A search on the ACNC Register for ‘YWAM Perth’ gives no result. Expanding ‘YWAM’ to ‘Youth With a Mission’ gives a registered charity (YWAMP).

  • And shows another charity, one that is controlled by YWAMP: Youth With a Mission (Perth) Incorporated as the Operator of a PBI.
    • There is no mention of the PBI (public benevolent institution) on the website.
  • YWAMP is still contravening the law in not having the name it is using, ‘YWAM Perth’, registered as a business name.
  • YWAMP says that it operates interstate, in NSW. It does not have the required registration (an ARBN) for this.
  • [Added 3 May 2021] YWAMP is responsible for the unregistered entity ‘YWAM Broome‘.

Question 2

There is nothing to indicate that YWAMP uses either door-to-door or street collectors.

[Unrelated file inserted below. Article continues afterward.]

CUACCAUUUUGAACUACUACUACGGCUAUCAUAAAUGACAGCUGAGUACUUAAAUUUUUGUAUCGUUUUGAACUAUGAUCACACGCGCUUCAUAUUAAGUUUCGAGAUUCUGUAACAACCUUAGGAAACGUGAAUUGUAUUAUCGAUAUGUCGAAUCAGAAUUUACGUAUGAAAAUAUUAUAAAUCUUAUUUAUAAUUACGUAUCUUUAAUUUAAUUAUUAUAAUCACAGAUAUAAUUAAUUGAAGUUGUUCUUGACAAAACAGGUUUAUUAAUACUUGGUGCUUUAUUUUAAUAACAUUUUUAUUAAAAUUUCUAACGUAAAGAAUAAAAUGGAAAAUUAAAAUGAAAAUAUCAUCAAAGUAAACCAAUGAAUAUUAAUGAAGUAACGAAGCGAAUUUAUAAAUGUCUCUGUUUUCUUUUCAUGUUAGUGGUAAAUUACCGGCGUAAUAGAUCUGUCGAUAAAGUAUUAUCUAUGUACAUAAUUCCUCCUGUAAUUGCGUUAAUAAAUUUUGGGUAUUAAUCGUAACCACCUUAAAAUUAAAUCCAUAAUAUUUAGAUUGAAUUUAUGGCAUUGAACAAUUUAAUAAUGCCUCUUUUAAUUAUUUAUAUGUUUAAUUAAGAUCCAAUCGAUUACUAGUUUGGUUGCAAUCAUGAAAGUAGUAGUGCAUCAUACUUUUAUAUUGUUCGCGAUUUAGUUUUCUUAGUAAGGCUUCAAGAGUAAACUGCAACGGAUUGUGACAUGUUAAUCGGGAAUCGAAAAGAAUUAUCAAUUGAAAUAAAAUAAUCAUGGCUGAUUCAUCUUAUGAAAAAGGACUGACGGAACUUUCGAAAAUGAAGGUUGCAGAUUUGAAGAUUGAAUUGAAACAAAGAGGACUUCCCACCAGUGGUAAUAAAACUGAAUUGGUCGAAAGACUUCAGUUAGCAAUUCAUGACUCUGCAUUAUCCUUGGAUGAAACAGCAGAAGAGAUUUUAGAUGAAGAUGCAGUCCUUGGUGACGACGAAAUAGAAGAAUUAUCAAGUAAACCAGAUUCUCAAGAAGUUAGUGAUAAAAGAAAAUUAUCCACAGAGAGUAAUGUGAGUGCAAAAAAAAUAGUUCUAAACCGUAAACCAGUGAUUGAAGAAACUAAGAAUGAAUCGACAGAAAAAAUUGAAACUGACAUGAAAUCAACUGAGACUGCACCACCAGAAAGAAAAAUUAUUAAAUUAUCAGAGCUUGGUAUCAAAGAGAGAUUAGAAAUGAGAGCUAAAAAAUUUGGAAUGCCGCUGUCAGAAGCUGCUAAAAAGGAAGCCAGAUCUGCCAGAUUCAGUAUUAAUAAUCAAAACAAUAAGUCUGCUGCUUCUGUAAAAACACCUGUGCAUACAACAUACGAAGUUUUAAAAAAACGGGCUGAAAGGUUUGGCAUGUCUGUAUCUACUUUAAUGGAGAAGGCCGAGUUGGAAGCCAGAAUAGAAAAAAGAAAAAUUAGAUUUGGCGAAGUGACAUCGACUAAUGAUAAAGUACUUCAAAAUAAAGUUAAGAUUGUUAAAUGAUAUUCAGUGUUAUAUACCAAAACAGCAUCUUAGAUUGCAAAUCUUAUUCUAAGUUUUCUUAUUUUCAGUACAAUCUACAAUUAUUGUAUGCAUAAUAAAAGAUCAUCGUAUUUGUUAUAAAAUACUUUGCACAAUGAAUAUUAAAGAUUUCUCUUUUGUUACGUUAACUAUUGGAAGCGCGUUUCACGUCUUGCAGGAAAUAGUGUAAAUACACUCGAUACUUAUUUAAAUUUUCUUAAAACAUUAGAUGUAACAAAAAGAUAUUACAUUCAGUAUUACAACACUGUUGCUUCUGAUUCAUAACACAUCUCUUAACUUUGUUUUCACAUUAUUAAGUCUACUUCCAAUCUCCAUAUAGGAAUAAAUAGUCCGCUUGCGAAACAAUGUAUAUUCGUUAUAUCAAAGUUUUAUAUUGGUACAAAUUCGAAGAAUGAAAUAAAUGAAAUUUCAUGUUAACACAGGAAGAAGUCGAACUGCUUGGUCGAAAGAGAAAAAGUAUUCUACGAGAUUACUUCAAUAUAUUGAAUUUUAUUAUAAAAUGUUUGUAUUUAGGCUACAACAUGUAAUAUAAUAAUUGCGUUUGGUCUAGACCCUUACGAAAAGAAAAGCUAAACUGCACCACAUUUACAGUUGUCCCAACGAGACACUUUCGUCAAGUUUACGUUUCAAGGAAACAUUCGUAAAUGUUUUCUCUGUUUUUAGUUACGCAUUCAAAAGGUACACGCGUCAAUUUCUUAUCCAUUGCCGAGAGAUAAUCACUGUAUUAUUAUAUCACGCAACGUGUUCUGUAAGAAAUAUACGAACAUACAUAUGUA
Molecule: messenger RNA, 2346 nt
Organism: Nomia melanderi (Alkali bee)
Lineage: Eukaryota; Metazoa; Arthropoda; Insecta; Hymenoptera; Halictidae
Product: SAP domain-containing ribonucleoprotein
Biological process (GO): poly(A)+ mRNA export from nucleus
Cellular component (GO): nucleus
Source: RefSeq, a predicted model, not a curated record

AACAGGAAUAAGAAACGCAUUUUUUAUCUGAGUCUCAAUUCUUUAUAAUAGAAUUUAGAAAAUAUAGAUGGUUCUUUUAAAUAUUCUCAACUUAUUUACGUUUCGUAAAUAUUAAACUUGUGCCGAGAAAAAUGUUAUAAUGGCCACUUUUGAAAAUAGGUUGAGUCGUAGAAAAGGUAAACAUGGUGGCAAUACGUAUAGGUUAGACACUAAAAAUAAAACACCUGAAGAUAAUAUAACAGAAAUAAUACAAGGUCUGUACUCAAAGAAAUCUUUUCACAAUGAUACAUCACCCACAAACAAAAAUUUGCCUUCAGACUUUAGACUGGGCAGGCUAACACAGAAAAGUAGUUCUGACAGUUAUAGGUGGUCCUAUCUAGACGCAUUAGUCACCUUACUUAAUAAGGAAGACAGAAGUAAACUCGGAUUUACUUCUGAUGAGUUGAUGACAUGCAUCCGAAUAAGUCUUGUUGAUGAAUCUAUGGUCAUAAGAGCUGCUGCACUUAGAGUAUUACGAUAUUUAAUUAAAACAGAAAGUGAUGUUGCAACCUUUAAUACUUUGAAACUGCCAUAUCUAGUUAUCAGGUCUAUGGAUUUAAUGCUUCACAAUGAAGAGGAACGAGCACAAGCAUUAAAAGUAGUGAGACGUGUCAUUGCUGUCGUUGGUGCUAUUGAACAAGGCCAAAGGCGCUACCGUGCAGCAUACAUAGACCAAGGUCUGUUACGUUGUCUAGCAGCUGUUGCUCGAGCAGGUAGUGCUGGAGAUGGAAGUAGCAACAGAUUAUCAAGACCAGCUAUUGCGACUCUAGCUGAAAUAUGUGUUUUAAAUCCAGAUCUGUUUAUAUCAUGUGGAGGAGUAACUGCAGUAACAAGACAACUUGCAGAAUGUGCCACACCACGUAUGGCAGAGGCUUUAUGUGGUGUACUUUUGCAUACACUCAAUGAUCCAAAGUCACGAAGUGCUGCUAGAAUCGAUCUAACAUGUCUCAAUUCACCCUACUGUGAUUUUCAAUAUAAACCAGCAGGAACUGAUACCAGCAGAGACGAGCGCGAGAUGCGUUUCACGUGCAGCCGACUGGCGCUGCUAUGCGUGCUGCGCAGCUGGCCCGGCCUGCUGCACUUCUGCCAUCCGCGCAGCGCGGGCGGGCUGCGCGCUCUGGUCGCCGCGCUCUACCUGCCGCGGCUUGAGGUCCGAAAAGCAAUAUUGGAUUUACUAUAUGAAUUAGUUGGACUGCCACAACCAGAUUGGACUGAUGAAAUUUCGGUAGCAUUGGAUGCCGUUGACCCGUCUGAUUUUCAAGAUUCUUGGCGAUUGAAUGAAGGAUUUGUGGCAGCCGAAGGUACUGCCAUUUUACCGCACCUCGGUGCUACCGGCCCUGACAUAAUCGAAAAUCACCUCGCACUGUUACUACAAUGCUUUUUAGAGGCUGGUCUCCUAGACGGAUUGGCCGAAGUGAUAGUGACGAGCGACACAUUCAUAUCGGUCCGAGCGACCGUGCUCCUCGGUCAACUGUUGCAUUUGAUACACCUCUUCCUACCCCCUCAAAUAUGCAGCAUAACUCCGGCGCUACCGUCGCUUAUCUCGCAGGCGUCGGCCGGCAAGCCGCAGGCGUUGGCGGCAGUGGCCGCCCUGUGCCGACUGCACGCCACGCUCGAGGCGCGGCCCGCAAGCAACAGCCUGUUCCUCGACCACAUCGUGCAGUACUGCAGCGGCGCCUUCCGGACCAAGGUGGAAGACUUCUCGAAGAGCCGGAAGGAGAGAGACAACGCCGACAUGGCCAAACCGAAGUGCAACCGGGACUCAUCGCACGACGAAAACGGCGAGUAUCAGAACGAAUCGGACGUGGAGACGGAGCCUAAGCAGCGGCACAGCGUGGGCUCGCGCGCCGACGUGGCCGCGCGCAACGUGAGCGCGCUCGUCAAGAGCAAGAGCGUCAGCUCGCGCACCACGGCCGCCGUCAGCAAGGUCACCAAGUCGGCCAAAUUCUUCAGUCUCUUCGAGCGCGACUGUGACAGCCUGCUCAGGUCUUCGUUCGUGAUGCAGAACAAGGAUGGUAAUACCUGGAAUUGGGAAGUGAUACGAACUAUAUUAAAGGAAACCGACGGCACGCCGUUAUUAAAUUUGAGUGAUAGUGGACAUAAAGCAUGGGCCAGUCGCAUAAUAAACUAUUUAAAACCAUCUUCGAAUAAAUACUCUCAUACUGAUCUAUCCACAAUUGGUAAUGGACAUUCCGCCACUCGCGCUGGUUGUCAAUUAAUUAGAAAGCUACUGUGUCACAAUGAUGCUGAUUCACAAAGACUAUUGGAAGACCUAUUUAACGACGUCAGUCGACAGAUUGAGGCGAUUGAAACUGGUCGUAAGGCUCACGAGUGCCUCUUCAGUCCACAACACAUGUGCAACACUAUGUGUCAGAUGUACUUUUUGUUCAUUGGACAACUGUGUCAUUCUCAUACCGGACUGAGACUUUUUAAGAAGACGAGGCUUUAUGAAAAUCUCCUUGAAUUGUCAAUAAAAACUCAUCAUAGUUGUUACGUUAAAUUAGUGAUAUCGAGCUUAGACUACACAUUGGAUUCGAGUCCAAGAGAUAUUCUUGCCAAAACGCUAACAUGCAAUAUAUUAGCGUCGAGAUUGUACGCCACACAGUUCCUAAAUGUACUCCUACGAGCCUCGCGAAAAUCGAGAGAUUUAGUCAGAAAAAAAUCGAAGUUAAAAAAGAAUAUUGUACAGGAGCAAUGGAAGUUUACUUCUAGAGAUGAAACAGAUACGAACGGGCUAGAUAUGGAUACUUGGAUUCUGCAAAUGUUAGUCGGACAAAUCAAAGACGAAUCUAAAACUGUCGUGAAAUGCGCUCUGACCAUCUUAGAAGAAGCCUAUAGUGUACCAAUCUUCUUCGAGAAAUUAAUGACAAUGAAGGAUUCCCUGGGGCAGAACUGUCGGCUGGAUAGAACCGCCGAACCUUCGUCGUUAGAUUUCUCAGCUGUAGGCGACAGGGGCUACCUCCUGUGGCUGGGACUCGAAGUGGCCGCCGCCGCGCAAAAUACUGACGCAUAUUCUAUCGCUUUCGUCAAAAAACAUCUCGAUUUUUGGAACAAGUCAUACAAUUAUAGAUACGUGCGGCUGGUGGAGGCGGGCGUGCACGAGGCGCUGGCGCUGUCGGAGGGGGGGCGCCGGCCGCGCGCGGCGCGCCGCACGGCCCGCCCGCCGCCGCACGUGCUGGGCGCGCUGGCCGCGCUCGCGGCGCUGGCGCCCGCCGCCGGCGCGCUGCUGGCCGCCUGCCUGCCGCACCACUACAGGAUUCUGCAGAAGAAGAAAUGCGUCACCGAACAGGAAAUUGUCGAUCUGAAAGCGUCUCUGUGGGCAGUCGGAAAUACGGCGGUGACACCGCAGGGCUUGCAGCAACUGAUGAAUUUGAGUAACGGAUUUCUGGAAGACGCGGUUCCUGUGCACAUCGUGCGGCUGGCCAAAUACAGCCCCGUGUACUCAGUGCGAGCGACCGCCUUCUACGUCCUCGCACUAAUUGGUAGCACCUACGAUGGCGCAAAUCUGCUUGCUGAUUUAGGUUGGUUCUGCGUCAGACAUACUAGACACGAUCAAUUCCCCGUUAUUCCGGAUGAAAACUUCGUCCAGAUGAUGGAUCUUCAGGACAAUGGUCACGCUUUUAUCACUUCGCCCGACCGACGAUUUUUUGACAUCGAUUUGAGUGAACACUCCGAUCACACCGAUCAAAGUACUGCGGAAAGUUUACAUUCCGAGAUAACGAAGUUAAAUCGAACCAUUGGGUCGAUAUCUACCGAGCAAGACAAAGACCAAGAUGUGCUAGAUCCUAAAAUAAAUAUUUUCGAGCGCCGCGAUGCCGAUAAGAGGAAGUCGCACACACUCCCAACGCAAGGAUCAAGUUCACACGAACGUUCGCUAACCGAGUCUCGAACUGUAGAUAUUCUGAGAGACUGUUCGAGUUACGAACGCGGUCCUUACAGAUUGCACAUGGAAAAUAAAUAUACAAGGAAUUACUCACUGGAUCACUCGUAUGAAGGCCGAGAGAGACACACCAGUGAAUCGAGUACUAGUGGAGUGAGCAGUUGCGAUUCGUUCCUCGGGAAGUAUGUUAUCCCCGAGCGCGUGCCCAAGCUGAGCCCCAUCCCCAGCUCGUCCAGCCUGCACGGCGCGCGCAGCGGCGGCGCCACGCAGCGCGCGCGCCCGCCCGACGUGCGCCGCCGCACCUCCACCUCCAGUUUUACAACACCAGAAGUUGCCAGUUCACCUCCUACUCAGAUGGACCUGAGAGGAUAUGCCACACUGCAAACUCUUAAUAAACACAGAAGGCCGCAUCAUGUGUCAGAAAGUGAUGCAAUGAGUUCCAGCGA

Question 3

The (Edge browser) “web address begins with ‘https’ and there is a closed padlock symbol next to the web address in the address bar”, so the website is secure [the ACNC article above].

  • There is no information about the security of your information credit card and other information on the first page of the ‘Donate’ page.

Question 4

The Australian Business Register (linked from YWAMP’s ACNC Register record), says that YWAMP is entitled to receive tax deductible gifts, both as an organisation and as the operator of a fund, Youth With A Mission Western (Perth) Inc School Building and Maintenance Fund.

  • How does this fit with them being an organisation that sends missionaries?
  • There is no mention of this tax deduction on the website.

Question 5